Sounds of Innovation: Catching up with the 2019 Ignite Grantees
In their own words, educators share how small-scale funding has helped them create and support more innovative learning opportunities for youth over the last year.
For a group of local educators, January 17 was a day filled with the sounds of storytelling. Classroom teachers, out-of-school time educators, teaching artists, and more filled the SLB Radio studios in Pittsburgh’s northside. They gathered to share their stories of small-but-mighty education innovation fueled by Remake Learning’s 2019 Ignite Grant program.
Ignite Grants embrace the idea that even a little support—given at the right time, in the right place—can spark opportunities for engaging, relevant, and equitable learning. The program’s 2019 awardees each received $1,000 to fund a new or ongoing learning project, and come January, they were eager to share their accomplishments during a lightning-round recording session.
Fast forward a few short months, and the world today feels starkly different than that day in January. The coronavirus pandemic has closed schools, ceased public gatherings, and necessitated a wholesale shift to remote learning, leaving an as-of-yet to be counted number of students without access to their teachers and school communities. It has impacted every educator, every student, and, arguably, every individual in our community and communities around the world.
However, this rapidly changing landscape has made these stories all the more relevant: They remind us that though isolated, we are not alone. We remain connected to a passionate and brilliant network of makers, scientists, artists, engineers, entrepreneurs, and scholars, who continue to support each other in building a better world for students. These stories remind us, too, that great inspiration can be borne from challenging times. And perhaps most importantly, they remind us that we still have the power to cultivate hope and share in a sense of joy.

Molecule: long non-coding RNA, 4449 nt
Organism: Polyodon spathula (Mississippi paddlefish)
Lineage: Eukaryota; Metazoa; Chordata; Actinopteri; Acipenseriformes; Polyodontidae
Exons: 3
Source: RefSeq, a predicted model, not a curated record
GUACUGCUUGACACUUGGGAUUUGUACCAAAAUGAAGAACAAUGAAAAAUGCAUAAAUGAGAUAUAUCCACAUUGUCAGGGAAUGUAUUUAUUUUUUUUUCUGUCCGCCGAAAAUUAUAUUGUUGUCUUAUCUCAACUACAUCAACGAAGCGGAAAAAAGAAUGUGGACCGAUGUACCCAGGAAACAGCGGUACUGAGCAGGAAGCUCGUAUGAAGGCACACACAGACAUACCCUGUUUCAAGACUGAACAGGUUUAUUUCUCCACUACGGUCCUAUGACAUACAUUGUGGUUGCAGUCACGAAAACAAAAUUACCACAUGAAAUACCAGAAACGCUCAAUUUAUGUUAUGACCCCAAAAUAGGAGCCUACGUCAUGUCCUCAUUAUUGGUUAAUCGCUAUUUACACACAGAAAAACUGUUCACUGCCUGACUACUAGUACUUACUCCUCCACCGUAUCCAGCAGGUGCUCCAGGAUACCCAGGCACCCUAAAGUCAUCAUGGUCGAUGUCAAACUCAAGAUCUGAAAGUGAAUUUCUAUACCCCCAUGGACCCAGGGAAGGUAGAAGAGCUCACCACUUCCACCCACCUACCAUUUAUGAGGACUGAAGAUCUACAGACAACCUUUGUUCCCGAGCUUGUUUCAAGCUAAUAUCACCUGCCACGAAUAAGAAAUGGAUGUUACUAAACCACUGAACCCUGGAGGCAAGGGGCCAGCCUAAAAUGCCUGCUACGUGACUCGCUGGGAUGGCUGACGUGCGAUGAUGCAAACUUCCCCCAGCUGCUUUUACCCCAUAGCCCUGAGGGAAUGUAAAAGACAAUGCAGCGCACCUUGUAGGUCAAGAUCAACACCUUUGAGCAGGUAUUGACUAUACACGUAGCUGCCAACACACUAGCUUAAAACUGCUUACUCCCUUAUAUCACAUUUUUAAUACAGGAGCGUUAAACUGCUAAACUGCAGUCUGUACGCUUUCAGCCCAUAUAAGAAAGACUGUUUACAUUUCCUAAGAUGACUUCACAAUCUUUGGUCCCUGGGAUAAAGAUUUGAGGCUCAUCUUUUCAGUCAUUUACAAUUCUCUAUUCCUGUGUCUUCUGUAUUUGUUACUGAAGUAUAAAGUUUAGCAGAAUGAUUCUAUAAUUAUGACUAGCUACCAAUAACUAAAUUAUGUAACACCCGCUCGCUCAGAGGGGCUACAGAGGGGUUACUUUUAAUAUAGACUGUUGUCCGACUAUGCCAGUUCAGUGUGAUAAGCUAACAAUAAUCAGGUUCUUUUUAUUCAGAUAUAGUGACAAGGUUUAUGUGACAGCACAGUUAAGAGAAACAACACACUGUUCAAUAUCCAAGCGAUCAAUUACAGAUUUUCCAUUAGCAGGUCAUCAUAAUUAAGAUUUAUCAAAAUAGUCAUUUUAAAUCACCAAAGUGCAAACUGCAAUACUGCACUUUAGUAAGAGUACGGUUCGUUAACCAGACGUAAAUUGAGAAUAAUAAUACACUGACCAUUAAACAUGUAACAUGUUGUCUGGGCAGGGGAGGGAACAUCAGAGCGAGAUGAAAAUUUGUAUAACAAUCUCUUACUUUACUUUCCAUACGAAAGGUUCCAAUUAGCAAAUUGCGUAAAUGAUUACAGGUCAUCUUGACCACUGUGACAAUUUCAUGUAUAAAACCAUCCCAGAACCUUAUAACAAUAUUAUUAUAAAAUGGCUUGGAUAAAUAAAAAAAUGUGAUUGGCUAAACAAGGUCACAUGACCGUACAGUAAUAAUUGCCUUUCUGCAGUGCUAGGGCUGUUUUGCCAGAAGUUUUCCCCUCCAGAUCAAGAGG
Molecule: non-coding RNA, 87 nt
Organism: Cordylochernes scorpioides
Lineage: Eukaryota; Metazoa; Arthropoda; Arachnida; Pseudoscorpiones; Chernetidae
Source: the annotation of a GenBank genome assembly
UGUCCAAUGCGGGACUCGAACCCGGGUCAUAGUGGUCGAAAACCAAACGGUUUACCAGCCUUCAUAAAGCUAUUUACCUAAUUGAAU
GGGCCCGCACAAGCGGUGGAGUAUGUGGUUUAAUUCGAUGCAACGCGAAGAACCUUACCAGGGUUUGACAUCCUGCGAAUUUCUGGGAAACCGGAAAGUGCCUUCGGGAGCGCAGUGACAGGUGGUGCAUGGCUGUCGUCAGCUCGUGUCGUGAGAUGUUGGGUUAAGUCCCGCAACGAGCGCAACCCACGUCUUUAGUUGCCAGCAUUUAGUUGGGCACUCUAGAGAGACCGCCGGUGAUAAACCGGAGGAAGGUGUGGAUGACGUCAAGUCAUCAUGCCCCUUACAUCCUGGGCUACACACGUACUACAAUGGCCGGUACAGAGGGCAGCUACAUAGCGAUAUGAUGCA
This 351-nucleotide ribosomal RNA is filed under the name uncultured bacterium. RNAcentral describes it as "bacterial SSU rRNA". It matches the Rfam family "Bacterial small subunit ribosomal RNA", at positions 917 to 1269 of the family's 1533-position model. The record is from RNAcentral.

We hope these stories spark some light, levity, and hope for you during this uncertain time.
Robotics & Making
A cardboard competition in Westmoreland County supports place-based learning and problem solving, Boys & Girls Clubs of Western Pennsylvania makes STEM as available as sports to day campers, and West Mifflin High School students visit US Steel, Covestro, Universal Stainless, and the Pittsburgh Glass Center. Hear these stories, plus more from East Allegheny High School and Burgettstown Area High School.
Environmental & Sustainability
An outdoor learning space comes to life at Duquesne City School District and students at Manchester Academic Charter School brainstorm “little green solutions.” Meanwhile, Oasis Farm & Fishery fire up homegrown pizza nights to support their urban agriculture and nutrition program. Hear these stories, plus more from Shaler Area Elementary School and Pittsburgh Parks Conservancy.
disability, trauma & wellness
Life skills students at Peters Townships School District launch a school store, Attack Theatre brings the boundless power to dance to students of all abilities, and older students explore trauma-informed care with Elie’s Circle. Hear these stories, plus more from Crafton Elementary School and the Mentoring Partnership of Southwestern PA.
community & social work
The Arts Education Collaborative overhauls their practice, B.F. Jones Memorial Library launches a new digital presence, and 100+ youth take a slow roll through the neighborhoods of Pittsburgh with Bike PGH’s Positive Spin program. Plus, Gwen’s Girls experiments with youth-led programming and Sarah Heinz House welcomes the president of the Toonseum for a comic book art class. Hear these stories and more from Assemble and Allegheny Valley Habitat for Humanity.
Hill District teens build their resumes and personal brands with Carnegie Library of Pittsburgh, youth explore real-world work opportunities and consulting for small businesses with Youth Enrichment Services, while career paths take flight with drone training for women of color with M-PowerHouse of Greater Pittsburgh. Hear these stories and more from Theatre of the Oppressed Pittsburgh and Ujamaa Collective.
Published March 29, 2020